Surface Drives: Props halfway out of the water? 1 Word: Efficiency

When most people hear the term surface drive, they think speed and high performance, but what these rather specialized propulsion units are really about is efficiency. Because the propeller blades break the water’s surface — they are called surface-piercing propellers — the engines powering them run under less load than with fully submerged props. Half of the propeller spins in the water. The other half rotates above the surface. This lets the boat make better use of the power of its engines and go faster than one with submerged props. (BoatingMag)

Check out this video of Surface Drives in action:

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The engineering for this technology has been attributed to two independent inventors/innovators/enthusiasts: the late Renato ‘Sonny’ Levi and Howard M. Arneson. Sonny Levi had pioneered and developed his surface drive technologies in Malaysia, while Arneson followed for ultimate performance with a larger budget in California. You can find Arneson surface drives on the market today.


The surface piercing or ventilated propeller is a propeller that is designed to intentionally cleave the water and entrain atmospheric air to fill the void, which means that the resulting gas layer surrounding the propeller blade consists of air instead of water vapour. Less energy is thus used, and the surface piercing propeller generally enjoys lower drag than the supercavitating propeller. The surface piercing propeller also has wedge shaped blades, and propellers may be designed that can operate in both supercavitating and surface piercing mode. (Wiki)

The Arneson Surface Drives are among the most efficient marine propulsion systems in the world. Their surface-piercing propeller design reduces underwater drag by 50% compared to conventional submerged propeller drive systems. The only surfaces to contact the water are propeller blades and a protective skeg. This results in higher overall speed, quicker acceleration, and a better payload to power ratio… AND… 50% less drag significantly improves fuel economy while lowering operating costs.

For work, pleasure, gas, diesel, or turbine power systems capable of torque outputs exceeding 30,000 ft. pounds, the Arneson Surface Drives come in ten model sizes and various configurations for each model. Available in, Aluminum or bronze castings, straight or drop-center models, 12 or 24 volt compatible systems, plus the new Arneson Dual-Fin surface drives available in the ASD8 and ASD10 models.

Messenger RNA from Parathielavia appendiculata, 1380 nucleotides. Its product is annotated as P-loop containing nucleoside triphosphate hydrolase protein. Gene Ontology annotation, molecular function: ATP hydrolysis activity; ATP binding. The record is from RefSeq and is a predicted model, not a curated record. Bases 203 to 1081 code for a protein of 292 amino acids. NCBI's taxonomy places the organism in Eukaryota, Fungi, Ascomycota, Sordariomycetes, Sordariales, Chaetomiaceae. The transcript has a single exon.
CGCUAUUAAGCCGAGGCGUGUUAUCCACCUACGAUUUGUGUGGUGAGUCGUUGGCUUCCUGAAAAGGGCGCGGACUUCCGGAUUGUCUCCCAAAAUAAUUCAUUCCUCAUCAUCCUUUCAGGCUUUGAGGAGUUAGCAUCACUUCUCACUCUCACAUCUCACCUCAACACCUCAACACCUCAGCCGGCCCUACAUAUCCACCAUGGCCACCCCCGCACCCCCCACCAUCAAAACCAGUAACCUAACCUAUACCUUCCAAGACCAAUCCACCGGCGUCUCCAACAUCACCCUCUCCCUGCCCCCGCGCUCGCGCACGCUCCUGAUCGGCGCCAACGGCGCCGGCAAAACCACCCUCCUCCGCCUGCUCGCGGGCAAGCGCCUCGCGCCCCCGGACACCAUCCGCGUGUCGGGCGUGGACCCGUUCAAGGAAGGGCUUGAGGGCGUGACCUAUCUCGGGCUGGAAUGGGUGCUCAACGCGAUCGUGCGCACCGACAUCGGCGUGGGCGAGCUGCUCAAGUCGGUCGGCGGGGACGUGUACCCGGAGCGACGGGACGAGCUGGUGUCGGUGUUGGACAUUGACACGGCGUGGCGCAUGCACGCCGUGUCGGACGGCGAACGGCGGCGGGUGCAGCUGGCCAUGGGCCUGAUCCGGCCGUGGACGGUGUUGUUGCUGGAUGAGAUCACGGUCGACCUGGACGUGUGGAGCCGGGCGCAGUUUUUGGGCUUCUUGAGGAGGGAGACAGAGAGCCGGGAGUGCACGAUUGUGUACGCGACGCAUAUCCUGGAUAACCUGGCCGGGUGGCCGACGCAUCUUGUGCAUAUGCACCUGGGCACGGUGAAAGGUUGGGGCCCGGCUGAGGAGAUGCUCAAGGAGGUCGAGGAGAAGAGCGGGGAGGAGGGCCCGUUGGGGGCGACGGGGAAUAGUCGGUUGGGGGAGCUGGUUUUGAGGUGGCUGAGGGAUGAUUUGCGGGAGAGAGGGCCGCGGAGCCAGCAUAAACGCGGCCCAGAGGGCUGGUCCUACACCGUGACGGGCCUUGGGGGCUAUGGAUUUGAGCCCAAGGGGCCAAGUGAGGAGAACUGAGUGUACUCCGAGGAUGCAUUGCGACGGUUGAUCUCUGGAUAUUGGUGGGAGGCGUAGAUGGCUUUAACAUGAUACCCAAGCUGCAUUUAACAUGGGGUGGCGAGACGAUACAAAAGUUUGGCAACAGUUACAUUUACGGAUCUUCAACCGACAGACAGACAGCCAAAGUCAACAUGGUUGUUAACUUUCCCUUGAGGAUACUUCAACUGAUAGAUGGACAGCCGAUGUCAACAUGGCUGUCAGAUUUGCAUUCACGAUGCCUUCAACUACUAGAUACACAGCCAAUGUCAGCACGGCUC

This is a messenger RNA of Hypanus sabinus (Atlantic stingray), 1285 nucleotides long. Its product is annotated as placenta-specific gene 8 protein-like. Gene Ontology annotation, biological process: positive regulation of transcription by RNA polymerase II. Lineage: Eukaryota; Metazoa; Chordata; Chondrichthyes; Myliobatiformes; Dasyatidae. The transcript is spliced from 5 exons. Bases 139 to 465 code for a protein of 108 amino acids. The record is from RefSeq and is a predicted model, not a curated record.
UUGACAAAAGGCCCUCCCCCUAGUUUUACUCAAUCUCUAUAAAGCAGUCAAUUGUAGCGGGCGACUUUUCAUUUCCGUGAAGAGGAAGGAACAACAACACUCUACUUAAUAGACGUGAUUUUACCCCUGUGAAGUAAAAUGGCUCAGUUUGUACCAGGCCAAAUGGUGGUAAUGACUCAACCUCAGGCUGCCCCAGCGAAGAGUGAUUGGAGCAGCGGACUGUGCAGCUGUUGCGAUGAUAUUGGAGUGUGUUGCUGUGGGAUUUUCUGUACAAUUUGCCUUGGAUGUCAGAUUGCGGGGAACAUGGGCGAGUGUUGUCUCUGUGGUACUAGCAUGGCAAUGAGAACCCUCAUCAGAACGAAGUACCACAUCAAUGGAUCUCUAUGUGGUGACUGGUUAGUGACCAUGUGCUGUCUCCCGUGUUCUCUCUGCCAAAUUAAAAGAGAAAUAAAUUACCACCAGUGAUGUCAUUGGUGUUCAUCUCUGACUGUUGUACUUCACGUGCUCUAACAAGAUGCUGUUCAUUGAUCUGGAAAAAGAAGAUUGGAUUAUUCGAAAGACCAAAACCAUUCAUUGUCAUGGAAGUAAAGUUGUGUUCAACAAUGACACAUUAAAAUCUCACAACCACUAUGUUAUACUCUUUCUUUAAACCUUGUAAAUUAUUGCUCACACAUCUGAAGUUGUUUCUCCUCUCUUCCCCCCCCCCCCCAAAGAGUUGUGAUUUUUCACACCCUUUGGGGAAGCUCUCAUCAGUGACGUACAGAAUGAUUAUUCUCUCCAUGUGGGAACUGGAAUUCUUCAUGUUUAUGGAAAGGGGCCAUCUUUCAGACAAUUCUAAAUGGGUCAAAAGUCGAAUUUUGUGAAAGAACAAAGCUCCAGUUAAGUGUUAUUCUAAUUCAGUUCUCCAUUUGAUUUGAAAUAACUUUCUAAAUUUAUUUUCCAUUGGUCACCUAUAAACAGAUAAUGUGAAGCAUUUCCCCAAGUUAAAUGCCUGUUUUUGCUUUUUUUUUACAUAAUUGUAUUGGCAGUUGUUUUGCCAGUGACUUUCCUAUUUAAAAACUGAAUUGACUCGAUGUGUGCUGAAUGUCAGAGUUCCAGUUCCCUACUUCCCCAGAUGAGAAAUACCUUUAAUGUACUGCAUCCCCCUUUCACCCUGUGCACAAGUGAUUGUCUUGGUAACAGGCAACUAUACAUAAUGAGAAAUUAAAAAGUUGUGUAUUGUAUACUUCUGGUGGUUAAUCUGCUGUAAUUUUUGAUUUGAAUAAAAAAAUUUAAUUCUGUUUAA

Comparisons-1(Photo credit: Arneson Industries)

Advantages of the surface drive by Arneson:

  • 15% to 30% speed increase over conventional systems.
  • 15% to 30% increase in fuel efficiency.
  • More efficient than I/O’s
  • Corrosion resistant
  • Size adaptability, from 100 hp to over 10,000 hp applications.
  • Low maintenance requirements.
  • Ability to adjust propeller submergence while underway.
  • Ability to adjust submergence to match horsepower output permits conversion of more thrust as appropriately needed.
  • Propellers ventilate to the surface rather than cavitate under the hull reducing noise and destructive hull and prop erosion.
  • Flexibility in engine installation location.
  • Less Vibration than Inboard or I/O applications
  • Shallow water operation (elimination of underwater appendages).
  • Accessible propeller servicing.
  • Steerage by the positive thrust of the propeller and not by the propeller thrust to the rudder. This is equivalent to sports car rack-and-pinion steering performance.
  • For all it’s sophisticated performance, it is a less mechanically complex and fragile design than other propulsion systems.
  • Most models are available in Magnesium Bronze or Aluminum.
  • No limitations to shaft angle, blade top clearance, draft to restrict selection of optimum diameter propeller.
  • Adaptable to a wide range of engine applications, whether gas, diesel, or turbine.

It might come as a surprise that a boat doesn’t necessarily need to be designed for surface drives. A V-bottom would need some rocker to generate bow lift because surface drives don’t create any, but a bottom designed for straight inboards or sterndrives can see performance and efficiency gains with surface drives. Among the first performance V-bottoms to break the 100 mph mark was a nonstepped Hustler 32 powered by 630 hp engines and Arneson drives.

The biggest downsides to surface drives are that they make docking more challenging because they lack the blade surface of a submerged prop and that they extend well aft of the hull, sticking out like appendages. But when you’re in search of speed and efficiency, looks aren’t everything. (BoatingMag)